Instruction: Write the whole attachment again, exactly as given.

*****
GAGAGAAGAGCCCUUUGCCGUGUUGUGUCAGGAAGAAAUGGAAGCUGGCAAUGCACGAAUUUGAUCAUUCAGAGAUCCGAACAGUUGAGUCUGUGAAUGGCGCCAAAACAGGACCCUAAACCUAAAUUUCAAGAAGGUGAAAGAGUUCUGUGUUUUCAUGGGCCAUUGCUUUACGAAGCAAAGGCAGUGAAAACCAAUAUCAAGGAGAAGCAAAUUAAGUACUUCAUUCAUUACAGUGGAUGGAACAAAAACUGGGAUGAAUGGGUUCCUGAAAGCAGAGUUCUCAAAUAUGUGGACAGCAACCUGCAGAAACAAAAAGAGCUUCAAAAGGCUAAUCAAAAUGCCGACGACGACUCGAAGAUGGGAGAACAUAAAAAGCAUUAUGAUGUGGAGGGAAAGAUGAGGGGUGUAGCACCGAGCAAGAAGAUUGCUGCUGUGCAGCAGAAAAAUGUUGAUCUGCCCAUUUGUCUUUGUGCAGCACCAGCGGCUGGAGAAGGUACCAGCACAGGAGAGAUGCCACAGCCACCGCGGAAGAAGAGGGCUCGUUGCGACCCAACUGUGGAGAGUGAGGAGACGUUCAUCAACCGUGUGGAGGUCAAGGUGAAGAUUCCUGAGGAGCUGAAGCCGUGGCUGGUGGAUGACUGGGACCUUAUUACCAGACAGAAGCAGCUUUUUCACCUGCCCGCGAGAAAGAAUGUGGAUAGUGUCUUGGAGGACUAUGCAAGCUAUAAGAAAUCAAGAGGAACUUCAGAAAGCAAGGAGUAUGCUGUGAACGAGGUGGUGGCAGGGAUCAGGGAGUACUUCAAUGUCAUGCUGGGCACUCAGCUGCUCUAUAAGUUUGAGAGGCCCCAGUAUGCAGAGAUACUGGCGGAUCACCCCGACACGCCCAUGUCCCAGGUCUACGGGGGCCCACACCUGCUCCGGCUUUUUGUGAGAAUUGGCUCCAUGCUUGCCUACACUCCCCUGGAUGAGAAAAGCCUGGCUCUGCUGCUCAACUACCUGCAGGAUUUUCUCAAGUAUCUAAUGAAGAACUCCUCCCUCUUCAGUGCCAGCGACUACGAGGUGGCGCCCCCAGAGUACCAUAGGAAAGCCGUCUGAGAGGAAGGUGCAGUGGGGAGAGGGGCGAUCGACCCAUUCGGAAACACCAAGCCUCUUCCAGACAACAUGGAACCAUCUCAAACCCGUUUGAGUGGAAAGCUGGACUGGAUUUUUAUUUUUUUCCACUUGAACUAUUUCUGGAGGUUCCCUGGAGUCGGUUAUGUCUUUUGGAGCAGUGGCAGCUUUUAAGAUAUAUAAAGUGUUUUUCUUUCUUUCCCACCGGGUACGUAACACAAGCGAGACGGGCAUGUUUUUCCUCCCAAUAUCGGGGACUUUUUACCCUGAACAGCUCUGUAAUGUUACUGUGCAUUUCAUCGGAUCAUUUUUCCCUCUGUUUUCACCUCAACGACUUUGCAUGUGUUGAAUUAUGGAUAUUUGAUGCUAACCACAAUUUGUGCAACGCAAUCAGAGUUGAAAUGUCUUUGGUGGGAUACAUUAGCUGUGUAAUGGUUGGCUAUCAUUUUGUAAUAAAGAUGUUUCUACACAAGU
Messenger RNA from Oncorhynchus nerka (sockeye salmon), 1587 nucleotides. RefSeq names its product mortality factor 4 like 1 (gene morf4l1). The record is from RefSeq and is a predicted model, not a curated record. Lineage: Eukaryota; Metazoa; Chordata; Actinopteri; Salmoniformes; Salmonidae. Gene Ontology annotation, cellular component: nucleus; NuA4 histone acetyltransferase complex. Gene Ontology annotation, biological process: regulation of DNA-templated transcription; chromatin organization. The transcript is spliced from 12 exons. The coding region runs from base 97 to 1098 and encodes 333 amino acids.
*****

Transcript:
GAGAGAAGAGCCCUUUGCCGUGUUGUGUCAGGAAGAAAUGGAAGCUGGCAAUGCACGAAUUUGAUCAUUCAGAGAUCCGAACAGUUGAGUCUGUGAAUGGCGCCAAAACAGGACCCUAAACCUAAAUUUCAAGAAGGUGAAAGAGUUCUGUGUUUUCAUGGGCCAUUGCUUUACGAAGCAAAGGCAGUGAAAACCAAUAUCAAGGAGAAGCAAAUUAAGUACUUCAUUCAUUACAGUGGAUGGAACAAAAACUGGGAUGAAUGGGUUCCUGAAAGCAGAGUUCUCAAAUAUGUGGACAGCAACCUGCAGAAACAAAAAGAGCUUCAAAAGGCUAAUCAAAAUGCCGACGACGACUCGAAGAUGGGAGAACAUAAAAAGCAUUAUGAUGUGGAGGGAAAGAUGAGGGGUGUAGCACCGAGCAAGAAGAUUGCUGCUGUGCAGCAGAAAAAUGUUGAUCUGCCCAUUUGUCUUUGUGCAGCACCAGCGGCUGGAGAAGGUACCAGCACAGGAGAGAUGCCACAGCCACCGCGGAAGAAGAGGGCUCGUUGCGACCCAACUGUGGAGAGUGAGGAGACGUUCAUCAACCGUGUGGAGGUCAAGGUGAAGAUUCCUGAGGAGCUGAAGCCGUGGCUGGUGGAUGACUGGGACCUUAUUACCAGACAGAAGCAGCUUUUUCACCUGCCCGCGAGAAAGAAUGUGGAUAGUGUCUUGGAGGACUAUGCAAGCUAUAAGAAAUCAAGAGGAACUUCAGAAAGCAAGGAGUAUGCUGUGAACGAGGUGGUGGCAGGGAUCAGGGAGUACUUCAAUGUCAUGCUGGGCACUCAGCUGCUCUAUAAGUUUGAGAGGCCCCAGUAUGCAGAGAUACUGGCGGAUCACCCCGACACGCCCAUGUCCCAGGUCUACGGGGGCCCACACCUGCUCCGGCUUUUUGUGAGAAUUGGCUCCAUGCUUGCCUACACUCCCCUGGAUGAGAAAAGCCUGGCUCUGCUGCUCAACUACCUGCAGGAUUUUCUCAAGUAUCUAAUGAAGAACUCCUCCCUCUUCAGUGCCAGCGACUACGAGGUGGCGCCCCCAGAGUACCAUAGGAAAGCCGUCUGAGAGGAAGGUGCAGUGGGGAGAGGGGCGAUCGACCCAUUCGGAAACACCAAGCCUCUUCCAGACAACAUGGAACCAUCUCAAACCCGUUUGAGUGGAAAGCUGGACUGGAUUUUUAUUUUUUUCCACUUGAACUAUUUCUGGAGGUUCCCUGGAGUCGGUUAUGUCUUUUGGAGCAGUGGCAGCUUUUAAGAUAUAUAAAGUGUUUUUCUUUCUUUCCCACCGGGUACGUAACACAAGCGAGACGGGCAUGUUUUUCCUCCCAAUAUCGGGGACUUUUUACCCUGAACAGCUCUGUAAUGUUACUGUGCAUUUCAUCGGAUCAUUUUUCCCUCUGUUUUCACCUCAACGACUUUGCAUGUGUUGAAUUAUGGAUAUUUGAUGCUAACCACAAUUUGUGCAACGCAAUCAGAGUUGAAAUGUCUUUGGUGGGAUACAUUAGCUGUGUAAUGGUUGGCUAUCAUUUUGUAAUAAAGAUGUUUCUACACAAGU
Messenger RNA from Oncorhynchus nerka (sockeye salmon), 1587 nucleotides. RefSeq names its product mortality factor 4 like 1 (gene morf4l1). The record is from RefSeq and is a predicted model, not a curated record. Lineage: Eukaryota; Metazoa; Chordata; Actinopteri; Salmoniformes; Salmonidae. Gene Ontology annotation, cellular component: nucleus; NuA4 histone acetyltransferase complex. Gene Ontology annotation, biological process: regulation of DNA-templated transcription; chromatin organization. The transcript is spliced from 12 exons. The coding region runs from base 97 to 1098 and encodes 333 amino acids.